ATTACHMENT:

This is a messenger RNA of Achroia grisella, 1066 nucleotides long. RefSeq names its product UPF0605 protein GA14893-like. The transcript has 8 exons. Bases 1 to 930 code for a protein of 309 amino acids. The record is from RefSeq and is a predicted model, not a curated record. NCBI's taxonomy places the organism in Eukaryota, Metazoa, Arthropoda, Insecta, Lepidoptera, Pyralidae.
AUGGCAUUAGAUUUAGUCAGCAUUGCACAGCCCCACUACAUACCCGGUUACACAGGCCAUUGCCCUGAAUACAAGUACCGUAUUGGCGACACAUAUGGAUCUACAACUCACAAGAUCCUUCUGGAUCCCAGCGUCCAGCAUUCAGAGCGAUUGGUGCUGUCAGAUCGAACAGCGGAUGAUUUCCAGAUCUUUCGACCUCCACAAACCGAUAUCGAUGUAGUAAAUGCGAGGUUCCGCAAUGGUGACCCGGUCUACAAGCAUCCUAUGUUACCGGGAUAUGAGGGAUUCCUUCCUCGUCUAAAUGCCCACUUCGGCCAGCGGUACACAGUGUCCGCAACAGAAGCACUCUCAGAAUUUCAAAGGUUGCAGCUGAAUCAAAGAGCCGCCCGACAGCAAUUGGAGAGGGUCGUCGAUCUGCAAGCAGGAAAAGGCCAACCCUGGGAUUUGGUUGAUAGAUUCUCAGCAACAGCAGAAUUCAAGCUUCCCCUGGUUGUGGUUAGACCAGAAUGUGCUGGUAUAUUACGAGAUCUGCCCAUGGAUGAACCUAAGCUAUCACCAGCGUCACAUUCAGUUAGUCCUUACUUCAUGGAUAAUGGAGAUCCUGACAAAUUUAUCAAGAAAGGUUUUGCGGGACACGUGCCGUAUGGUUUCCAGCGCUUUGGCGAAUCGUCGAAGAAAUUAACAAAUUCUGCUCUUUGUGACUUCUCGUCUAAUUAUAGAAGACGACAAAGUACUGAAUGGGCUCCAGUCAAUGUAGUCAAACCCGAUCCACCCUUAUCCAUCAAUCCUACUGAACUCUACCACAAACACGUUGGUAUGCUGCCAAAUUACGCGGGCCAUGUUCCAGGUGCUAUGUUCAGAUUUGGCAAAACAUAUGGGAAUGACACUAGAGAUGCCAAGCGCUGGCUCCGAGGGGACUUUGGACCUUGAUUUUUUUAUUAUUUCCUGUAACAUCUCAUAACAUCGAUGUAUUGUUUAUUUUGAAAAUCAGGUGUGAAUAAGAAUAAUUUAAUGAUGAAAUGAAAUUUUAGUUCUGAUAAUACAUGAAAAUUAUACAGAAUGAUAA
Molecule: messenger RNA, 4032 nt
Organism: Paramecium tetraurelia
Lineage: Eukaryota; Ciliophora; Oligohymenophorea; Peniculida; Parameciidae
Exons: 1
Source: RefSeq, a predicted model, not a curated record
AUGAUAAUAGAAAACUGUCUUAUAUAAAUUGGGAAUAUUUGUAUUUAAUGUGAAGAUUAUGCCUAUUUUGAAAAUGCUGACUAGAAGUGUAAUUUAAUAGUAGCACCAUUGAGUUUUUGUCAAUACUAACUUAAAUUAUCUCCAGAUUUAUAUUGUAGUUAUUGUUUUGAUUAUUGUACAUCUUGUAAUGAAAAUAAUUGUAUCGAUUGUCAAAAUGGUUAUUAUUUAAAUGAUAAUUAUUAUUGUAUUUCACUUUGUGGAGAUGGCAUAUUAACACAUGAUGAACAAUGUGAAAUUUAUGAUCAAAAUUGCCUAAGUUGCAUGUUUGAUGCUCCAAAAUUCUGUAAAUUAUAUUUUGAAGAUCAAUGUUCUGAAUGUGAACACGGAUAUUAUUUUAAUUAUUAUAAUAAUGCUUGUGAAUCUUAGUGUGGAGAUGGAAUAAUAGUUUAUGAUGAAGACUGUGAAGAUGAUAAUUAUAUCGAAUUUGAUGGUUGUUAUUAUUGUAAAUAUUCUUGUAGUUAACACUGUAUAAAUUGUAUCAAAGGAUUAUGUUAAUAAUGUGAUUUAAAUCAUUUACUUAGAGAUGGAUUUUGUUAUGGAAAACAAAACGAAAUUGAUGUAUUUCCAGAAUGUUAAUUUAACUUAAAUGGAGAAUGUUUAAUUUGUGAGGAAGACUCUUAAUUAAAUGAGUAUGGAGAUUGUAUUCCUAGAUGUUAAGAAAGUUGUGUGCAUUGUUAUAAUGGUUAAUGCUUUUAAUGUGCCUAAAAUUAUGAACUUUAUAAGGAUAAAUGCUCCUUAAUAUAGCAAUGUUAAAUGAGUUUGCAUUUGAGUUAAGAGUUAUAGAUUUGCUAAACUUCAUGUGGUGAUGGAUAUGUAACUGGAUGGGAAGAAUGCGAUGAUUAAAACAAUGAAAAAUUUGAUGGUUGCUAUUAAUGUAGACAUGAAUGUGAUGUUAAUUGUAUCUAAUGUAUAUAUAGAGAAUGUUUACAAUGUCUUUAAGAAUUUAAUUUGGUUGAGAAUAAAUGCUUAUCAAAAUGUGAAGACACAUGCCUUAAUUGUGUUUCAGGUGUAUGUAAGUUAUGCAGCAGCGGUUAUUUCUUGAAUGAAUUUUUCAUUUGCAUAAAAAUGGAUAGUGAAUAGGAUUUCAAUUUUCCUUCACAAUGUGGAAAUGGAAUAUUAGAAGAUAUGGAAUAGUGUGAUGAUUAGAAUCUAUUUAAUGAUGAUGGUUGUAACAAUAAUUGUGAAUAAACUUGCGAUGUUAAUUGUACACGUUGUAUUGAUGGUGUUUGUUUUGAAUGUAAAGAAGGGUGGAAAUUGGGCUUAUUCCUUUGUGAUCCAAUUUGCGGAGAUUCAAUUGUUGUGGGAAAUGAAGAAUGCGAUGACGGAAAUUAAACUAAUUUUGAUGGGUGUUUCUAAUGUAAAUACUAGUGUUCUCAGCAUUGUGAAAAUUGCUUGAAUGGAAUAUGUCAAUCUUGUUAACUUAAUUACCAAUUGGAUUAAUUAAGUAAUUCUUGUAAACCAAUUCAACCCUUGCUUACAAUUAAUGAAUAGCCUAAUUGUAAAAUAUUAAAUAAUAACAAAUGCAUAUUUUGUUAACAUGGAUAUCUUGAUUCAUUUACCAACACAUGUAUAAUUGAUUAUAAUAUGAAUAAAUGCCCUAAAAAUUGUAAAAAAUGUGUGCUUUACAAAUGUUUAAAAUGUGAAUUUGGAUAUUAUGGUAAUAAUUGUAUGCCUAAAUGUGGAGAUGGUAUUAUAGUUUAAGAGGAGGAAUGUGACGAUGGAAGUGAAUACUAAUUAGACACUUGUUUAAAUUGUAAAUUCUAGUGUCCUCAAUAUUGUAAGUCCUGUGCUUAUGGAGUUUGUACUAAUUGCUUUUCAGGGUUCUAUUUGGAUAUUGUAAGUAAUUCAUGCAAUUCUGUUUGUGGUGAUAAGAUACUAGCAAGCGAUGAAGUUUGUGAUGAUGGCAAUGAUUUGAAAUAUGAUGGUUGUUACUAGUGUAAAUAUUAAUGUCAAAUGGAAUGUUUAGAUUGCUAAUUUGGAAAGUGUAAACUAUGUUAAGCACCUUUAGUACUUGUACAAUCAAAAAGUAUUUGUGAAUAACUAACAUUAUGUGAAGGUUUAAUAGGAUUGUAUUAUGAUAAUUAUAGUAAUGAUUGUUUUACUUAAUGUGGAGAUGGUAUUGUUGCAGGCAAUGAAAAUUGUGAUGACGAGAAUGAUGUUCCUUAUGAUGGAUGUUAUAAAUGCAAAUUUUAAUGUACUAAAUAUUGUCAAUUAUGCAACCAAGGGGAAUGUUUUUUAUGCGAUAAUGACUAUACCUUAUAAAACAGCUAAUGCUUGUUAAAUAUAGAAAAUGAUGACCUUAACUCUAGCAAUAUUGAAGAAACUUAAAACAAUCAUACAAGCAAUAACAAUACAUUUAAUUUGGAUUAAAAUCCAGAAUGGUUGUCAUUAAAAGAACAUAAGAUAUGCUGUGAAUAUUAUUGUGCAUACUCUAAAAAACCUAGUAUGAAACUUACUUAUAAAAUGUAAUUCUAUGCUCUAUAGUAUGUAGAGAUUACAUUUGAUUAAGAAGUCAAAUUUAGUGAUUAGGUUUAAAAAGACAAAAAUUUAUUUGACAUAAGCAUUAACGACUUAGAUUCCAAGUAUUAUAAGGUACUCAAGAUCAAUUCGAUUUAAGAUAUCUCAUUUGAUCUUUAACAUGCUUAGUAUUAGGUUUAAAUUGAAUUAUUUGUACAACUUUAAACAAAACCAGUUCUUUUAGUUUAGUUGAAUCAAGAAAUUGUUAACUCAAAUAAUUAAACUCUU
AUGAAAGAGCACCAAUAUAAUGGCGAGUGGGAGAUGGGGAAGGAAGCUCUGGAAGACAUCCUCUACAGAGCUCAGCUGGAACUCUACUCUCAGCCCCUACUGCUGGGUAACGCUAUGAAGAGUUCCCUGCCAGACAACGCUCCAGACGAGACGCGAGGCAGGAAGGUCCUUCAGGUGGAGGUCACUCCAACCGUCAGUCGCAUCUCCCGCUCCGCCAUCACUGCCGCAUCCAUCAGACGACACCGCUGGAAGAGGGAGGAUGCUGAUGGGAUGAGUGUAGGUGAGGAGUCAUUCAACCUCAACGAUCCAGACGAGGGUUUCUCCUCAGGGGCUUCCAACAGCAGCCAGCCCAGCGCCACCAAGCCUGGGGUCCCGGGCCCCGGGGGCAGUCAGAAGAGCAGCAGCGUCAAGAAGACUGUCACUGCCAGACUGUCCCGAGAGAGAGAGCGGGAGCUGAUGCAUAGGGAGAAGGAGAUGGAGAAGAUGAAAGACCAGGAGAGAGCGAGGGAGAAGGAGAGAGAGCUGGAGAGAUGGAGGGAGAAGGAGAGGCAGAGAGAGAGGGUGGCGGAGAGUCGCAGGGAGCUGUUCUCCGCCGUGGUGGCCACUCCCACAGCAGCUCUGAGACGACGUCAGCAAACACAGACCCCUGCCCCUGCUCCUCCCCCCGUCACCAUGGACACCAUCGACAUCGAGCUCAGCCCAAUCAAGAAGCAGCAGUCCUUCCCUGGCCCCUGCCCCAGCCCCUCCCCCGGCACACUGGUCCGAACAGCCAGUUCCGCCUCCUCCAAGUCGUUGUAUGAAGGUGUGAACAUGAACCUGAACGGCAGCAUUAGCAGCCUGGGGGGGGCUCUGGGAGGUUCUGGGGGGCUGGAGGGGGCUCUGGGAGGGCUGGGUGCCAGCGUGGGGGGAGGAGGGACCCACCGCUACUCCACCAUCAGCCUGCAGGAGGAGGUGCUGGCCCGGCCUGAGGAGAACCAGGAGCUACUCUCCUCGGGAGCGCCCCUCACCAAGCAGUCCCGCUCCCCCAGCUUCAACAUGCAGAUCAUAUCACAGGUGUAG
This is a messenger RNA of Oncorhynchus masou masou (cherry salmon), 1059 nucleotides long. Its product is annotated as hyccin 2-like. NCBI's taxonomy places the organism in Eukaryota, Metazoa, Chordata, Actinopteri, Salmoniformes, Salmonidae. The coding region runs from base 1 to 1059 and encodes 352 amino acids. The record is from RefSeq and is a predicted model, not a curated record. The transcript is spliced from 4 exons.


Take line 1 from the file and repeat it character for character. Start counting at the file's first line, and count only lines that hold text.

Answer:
This is a messenger RNA of Achroia grisella, 1066 nucleotides long. RefSeq names its product UPF0605 protein GA14893-like. The transcript has 8 exons. Bases 1 to 930 code for a protein of 309 amino acids. The record is from RefSeq and is a predicted model, not a curated record. NCBI's taxonomy places the organism in Eukaryota, Metazoa, Arthropoda, Insecta, Lepidoptera, Pyralidae.